From: Washington Post
Monday, July 19, 2010; 4:50 PM
The top-secret world the government created in response to the terrorist attacks of Sept. 11, 2001, has become so large, so unwieldy and so secretive that no one knows how much money it costs, how many people it employs, how many programs exist within it or exactly how many agencies do the same work.
These are some of the findings of a two-year investigation by The Washington Post that discovered what amounts to an alternative geography of the United States, a Top Secret America hidden from public view and lacking in thorough oversight. After nine years of unprecedented spending and growth, the result is that the system put in place to keep the United States safe is so massive that its effectiveness is impossible to determine.
The investigation's other findings include:
* Some 1,271 government organizations and 1,931 private companies work on programs related to counterterrorism, homeland security and intelligence in about 10,000 locations across the United States.
* An estimated 854,000 people, nearly 1.5 times as many people as live in Washington, D.C., hold top-secret security clearances.
* In Washington and the surrounding area, 33 building complexes for top-secret intelligence work are under construction or have been built since September 2001. Together they occupy the equivalent of almost three Pentagons or 22 U.S. Capitol buildings - about 17 million square feet of space.
* Many security and intelligence agencies do the same work, creating redundancy and waste. For example, 51 federal organizations and military commands, operating in 15 U.S. cities, track the flow of money to and from terrorist networks.
* Analysts who make sense of documents and conversations obtained by foreign and domestic spying share their judgment by publishing 50,000 intelligence reports each year - a volume so large that many are routinely ignored.
These are not academic issues; lack of focus, not lack of resources, was at the heart of the Fort Hood shooting that left 13 dead, as well as the Christmas Day bomb attempt thwarted not by the thousands of analysts employed to find lone terrorists but by an alert airline passenger who saw smoke coming from his seatmate.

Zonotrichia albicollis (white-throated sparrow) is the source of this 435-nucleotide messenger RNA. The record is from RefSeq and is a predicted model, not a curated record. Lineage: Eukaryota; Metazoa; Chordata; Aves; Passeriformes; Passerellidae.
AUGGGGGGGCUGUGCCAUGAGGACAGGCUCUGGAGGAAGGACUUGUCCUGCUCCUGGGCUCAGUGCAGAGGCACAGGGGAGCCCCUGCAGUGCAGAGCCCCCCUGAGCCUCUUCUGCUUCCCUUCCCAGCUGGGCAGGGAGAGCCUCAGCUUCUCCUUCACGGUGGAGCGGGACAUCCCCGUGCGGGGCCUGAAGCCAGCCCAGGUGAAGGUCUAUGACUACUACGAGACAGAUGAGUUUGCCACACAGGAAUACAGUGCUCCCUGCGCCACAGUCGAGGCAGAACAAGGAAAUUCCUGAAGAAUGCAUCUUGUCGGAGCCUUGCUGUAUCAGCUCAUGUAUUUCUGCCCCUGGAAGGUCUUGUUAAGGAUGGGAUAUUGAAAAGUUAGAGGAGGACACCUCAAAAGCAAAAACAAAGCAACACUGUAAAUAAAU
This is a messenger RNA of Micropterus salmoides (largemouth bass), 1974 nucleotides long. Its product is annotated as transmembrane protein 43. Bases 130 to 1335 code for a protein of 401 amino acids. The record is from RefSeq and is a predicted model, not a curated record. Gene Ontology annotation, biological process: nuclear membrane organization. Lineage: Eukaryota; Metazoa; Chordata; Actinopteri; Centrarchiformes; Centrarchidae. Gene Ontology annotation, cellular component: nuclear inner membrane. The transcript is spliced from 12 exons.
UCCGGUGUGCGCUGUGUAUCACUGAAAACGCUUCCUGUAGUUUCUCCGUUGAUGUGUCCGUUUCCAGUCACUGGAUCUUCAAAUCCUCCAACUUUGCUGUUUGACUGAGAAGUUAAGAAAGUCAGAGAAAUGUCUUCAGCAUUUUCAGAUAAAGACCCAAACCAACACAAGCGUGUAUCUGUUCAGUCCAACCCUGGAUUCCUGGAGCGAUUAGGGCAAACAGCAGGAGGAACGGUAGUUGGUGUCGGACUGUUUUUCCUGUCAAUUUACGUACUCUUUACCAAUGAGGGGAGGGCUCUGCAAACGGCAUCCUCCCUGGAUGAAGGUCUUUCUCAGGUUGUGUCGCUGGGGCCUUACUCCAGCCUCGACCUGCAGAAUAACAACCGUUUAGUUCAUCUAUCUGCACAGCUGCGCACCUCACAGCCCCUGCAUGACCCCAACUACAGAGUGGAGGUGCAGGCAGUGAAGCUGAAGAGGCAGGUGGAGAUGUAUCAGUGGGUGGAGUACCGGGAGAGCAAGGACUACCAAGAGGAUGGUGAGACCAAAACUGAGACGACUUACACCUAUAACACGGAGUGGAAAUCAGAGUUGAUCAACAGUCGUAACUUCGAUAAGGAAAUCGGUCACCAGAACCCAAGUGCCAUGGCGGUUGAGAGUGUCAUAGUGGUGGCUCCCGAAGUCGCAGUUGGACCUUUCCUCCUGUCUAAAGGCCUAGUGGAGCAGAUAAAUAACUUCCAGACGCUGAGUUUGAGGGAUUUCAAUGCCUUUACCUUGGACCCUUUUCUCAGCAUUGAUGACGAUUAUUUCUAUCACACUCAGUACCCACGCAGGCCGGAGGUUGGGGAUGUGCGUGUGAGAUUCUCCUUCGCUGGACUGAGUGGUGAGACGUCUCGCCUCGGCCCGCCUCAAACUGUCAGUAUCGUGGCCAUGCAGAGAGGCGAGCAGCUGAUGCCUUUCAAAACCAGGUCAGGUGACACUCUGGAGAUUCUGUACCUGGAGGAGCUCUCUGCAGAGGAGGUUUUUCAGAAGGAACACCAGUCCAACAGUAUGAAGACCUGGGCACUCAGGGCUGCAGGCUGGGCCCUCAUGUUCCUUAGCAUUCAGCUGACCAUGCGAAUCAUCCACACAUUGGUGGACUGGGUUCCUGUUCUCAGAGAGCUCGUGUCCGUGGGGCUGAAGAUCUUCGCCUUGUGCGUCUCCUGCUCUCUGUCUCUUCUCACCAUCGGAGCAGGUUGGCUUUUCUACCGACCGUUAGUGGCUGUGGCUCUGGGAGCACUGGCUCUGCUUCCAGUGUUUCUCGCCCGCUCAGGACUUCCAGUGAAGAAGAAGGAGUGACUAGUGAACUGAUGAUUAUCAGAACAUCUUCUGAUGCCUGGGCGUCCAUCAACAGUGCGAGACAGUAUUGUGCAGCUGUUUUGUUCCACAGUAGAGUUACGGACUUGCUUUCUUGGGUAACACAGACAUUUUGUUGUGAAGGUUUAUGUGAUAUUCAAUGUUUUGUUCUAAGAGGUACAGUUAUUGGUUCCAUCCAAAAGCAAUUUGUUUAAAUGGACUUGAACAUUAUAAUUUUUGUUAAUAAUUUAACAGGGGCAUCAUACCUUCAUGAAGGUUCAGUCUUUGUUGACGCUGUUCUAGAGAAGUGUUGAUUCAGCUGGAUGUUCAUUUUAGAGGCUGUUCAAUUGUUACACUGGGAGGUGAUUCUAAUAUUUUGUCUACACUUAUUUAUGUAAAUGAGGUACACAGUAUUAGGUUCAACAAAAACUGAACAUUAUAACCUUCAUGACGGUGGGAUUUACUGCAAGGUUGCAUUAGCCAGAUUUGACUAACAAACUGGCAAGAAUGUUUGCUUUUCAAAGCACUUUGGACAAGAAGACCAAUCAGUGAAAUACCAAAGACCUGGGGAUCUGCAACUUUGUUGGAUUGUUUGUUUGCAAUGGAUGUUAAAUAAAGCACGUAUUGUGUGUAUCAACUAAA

They are also issues that greatly concern some of the people in charge of the nation's security.
"There has been so much growth since 9/11 that getting your arms around that - not just for the CIA, for the secretary of defense - is a challenge," Defense Secretary Robert M. Gates said in an interview with The Post last week.
In the Department of Defense, where more than two-thirds of the intelligence programs reside, only a handful of senior officials - called Super Users - have the ability to even know about all the department's activities. But as two of the Super Users indicated in interviews, there is simply no way they can keep up with the nation's most sensitive work.
"I'm not going to live long enough to be briefed on everything" was how one Super User put it. The other recounted that for his initial briefing, he was escorted into a tiny, dark room, seated at a small table and told he couldn't take notes. Program after program began flashing on a screen, he said, until he yelled ''Stop!" in frustration.
"I wasn't remembering any of it," he said.
Underscoring the seriousness of these issues are the conclusions of retired Army Lt. Gen. John R. Vines, who was asked last year to review the method for tracking the Defense Department's most sensitive programs. Vines, who once commanded 145,000 troops in Iraq and is familiar with complex problems, was stunned by what he discovered.
"I'm not aware of any agency with the authority, responsibility or a process in place to coordinate all these interagency and commercial activities," he said in an interview. "The complexity of this system defies description."
The result, he added, is that it's impossible to tell whether the country is safer because of all this spending and all these activities. "Because it lacks a synchronizing process, it inevitably results in message dissonance, reduced effectiveness and waste," Vines said. "We consequently can't effectively assess whether it is making us more safe."
The Post's investigation is based on government documents and contracts, job descriptions, property records, corporate and social networking Web sites, additional records, and hundreds of interviews with intelligence, military and corporate officials and former officials. Most requested anonymity either because they are prohibited from speaking publicly or because, they said, they feared retaliation at work for describing their concerns.